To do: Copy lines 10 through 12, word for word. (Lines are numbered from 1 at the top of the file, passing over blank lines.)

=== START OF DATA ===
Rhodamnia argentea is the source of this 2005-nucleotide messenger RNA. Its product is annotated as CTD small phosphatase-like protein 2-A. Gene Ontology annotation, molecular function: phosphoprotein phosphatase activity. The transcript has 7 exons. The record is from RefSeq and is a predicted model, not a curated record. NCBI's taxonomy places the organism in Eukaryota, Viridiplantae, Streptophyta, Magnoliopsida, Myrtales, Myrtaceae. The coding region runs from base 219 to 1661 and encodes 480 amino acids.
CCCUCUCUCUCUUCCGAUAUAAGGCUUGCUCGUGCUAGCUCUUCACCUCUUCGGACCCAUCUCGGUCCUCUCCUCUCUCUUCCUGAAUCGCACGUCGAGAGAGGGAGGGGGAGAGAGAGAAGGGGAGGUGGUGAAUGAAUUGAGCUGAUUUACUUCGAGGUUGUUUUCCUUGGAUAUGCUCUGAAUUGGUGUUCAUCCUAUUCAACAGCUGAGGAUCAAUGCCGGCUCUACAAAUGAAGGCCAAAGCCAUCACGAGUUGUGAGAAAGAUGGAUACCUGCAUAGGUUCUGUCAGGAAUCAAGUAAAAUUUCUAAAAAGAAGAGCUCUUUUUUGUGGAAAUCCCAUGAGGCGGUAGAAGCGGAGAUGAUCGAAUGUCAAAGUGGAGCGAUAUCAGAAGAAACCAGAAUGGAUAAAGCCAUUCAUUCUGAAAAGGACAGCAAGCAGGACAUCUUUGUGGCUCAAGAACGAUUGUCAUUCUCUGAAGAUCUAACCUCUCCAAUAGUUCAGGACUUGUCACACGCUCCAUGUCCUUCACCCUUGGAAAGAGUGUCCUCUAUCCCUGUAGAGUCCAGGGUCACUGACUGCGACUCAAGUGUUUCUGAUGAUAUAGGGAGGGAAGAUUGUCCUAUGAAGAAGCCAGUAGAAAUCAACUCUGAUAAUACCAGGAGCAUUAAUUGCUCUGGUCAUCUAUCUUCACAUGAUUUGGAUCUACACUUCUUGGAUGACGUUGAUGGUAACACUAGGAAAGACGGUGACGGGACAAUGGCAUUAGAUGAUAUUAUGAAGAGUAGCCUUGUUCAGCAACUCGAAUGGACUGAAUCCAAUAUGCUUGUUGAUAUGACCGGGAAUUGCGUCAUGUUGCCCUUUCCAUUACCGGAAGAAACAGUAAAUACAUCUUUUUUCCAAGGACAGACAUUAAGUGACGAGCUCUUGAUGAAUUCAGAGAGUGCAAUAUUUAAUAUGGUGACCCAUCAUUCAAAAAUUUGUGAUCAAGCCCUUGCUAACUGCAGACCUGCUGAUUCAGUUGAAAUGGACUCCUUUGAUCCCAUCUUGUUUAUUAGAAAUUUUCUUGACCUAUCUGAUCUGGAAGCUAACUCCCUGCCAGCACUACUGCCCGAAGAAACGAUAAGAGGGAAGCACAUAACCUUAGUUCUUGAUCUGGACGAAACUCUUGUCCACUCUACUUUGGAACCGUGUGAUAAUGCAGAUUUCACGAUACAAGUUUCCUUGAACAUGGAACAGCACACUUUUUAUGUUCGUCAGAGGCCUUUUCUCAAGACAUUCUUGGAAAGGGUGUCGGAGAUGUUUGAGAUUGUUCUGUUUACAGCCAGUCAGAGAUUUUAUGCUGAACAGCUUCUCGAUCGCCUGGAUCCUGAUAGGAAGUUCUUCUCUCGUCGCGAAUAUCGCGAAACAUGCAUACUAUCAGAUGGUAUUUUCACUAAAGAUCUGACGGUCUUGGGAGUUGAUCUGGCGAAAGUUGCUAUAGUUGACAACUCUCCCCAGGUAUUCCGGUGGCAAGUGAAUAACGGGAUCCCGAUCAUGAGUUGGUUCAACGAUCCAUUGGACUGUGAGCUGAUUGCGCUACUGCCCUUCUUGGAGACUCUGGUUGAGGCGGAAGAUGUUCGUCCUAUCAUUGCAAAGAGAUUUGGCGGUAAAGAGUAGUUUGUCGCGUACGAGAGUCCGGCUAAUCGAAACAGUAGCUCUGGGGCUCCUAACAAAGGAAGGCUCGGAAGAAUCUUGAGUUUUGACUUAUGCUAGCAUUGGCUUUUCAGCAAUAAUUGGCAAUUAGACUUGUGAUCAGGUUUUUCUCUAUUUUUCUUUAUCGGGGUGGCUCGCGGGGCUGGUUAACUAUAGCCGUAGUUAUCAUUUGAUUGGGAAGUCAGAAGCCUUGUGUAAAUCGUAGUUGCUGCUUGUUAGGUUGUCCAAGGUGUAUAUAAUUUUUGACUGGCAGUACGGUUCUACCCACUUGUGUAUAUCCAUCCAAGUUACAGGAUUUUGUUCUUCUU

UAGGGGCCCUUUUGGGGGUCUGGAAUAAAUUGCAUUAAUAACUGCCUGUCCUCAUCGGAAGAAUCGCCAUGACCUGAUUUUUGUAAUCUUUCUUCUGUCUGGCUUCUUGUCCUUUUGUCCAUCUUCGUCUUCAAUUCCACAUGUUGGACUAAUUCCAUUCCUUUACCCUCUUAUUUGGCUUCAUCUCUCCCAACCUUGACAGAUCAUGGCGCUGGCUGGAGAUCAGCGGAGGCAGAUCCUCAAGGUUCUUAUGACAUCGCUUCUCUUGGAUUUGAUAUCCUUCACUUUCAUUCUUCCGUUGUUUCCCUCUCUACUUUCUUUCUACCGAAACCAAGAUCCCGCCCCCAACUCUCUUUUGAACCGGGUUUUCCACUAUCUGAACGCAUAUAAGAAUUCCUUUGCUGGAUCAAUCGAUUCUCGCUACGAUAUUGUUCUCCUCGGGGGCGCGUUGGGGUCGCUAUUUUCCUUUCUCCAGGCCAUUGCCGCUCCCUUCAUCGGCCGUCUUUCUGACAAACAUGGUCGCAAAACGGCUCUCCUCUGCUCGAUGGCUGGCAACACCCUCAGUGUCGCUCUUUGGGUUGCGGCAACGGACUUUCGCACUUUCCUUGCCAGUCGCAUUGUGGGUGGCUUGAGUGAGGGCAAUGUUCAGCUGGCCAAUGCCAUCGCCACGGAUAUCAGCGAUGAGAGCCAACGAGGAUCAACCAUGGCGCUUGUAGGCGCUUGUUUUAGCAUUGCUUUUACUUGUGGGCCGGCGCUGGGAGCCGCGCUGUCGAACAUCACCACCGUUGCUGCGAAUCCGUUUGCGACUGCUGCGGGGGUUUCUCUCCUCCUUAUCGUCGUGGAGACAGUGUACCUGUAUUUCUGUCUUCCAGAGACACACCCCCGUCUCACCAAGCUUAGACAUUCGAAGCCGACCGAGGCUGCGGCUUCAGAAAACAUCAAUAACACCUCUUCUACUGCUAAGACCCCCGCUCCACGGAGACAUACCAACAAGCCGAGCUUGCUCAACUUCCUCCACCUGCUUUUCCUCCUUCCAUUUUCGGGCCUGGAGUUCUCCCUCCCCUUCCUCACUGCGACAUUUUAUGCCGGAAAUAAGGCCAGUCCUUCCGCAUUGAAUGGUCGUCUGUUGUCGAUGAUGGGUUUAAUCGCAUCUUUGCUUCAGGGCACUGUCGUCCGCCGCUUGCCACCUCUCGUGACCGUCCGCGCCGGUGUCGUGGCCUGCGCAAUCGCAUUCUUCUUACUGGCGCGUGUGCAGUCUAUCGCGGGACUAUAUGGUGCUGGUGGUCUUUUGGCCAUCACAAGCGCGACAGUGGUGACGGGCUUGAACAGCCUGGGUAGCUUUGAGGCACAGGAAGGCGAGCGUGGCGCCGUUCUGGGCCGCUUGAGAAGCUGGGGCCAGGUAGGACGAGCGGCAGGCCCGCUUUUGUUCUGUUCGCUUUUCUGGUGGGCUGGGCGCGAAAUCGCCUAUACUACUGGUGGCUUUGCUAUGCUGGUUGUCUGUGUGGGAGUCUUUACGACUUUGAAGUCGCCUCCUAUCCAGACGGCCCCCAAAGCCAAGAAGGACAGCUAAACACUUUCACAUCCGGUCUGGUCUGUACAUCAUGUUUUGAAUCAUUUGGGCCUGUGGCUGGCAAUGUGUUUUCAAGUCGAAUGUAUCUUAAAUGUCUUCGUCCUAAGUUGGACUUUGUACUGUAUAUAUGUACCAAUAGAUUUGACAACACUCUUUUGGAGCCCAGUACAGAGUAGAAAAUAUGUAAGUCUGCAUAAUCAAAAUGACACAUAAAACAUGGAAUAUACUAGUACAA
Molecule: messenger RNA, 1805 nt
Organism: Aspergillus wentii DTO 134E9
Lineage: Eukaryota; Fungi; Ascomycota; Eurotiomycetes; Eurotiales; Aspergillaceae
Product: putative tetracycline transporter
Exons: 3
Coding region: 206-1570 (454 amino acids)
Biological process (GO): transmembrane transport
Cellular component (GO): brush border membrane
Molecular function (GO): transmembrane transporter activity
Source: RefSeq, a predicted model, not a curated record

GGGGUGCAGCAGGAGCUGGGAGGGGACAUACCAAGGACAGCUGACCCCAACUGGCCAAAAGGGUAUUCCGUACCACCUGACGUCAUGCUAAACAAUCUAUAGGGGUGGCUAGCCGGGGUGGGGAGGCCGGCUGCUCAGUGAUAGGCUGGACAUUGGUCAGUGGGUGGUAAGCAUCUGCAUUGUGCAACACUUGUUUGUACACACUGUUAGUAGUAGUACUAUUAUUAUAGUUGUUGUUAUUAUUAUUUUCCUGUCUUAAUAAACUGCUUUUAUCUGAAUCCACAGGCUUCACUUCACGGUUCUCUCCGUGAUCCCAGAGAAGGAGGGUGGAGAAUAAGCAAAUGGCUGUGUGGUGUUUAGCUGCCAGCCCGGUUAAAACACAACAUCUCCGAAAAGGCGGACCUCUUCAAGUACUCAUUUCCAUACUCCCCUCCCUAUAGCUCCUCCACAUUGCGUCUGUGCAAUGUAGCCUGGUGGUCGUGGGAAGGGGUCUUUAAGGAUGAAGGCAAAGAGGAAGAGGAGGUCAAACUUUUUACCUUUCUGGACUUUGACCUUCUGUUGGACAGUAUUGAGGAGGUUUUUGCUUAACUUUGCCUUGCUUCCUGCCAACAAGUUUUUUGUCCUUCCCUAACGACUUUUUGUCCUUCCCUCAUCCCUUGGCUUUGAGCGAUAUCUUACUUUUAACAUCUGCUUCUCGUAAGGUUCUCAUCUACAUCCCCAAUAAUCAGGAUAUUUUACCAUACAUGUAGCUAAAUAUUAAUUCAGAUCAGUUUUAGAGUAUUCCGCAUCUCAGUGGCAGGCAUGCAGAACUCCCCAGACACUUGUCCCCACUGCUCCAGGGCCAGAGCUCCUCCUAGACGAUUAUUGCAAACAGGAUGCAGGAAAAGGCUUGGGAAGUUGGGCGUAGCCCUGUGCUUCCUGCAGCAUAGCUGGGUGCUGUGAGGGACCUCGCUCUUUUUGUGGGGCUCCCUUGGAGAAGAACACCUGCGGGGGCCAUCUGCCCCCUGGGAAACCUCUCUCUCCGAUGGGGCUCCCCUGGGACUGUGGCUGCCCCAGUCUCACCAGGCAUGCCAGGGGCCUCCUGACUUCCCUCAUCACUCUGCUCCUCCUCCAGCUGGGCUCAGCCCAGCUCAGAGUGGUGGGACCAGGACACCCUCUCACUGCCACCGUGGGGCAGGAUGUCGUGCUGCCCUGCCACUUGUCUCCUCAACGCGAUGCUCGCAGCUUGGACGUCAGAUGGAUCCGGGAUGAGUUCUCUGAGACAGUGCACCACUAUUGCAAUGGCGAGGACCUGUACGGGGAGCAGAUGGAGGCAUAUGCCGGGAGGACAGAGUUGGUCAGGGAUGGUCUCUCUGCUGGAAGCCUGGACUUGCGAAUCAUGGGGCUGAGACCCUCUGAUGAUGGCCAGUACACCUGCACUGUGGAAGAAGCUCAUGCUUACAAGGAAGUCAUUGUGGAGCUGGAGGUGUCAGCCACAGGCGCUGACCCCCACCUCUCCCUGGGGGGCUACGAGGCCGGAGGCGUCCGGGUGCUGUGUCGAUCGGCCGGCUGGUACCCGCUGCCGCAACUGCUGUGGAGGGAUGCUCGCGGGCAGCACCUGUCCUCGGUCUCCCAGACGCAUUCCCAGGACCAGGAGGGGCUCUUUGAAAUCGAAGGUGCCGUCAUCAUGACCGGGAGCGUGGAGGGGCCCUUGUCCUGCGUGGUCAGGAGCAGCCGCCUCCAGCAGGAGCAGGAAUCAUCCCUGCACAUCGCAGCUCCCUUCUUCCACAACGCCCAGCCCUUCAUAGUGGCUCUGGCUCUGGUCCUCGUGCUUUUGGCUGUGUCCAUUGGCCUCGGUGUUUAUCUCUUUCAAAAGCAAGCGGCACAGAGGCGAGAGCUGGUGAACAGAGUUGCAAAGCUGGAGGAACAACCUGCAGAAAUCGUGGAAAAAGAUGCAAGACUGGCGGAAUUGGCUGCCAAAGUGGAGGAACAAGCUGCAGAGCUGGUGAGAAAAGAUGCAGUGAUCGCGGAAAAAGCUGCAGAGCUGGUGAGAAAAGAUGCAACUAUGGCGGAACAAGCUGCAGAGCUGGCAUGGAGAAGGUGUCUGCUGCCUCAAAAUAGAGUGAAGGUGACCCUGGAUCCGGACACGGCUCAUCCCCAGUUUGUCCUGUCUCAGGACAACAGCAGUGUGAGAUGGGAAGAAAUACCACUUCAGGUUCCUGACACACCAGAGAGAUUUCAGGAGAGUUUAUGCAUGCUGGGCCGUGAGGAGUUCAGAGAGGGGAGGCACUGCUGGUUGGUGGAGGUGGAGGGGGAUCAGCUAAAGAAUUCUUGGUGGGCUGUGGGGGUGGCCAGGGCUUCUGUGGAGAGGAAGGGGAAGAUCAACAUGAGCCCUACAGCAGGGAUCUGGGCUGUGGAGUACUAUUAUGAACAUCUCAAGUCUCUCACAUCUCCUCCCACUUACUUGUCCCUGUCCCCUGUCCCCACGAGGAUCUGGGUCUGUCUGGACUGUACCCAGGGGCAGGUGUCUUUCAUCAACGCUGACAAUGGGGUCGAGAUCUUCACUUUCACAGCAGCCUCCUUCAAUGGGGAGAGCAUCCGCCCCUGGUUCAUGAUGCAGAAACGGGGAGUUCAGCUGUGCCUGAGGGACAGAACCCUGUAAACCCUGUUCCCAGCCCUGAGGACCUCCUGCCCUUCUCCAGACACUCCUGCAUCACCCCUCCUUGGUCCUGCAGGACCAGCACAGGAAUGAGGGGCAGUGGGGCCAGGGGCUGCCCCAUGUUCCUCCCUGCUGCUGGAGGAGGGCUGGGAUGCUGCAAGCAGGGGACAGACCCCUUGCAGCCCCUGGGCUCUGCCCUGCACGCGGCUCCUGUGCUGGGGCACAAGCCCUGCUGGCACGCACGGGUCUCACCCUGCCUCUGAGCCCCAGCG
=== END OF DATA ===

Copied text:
Biological process (GO): transmembrane transport
Cellular component (GO): brush border membrane
Molecular function (GO): transmembrane transporter activity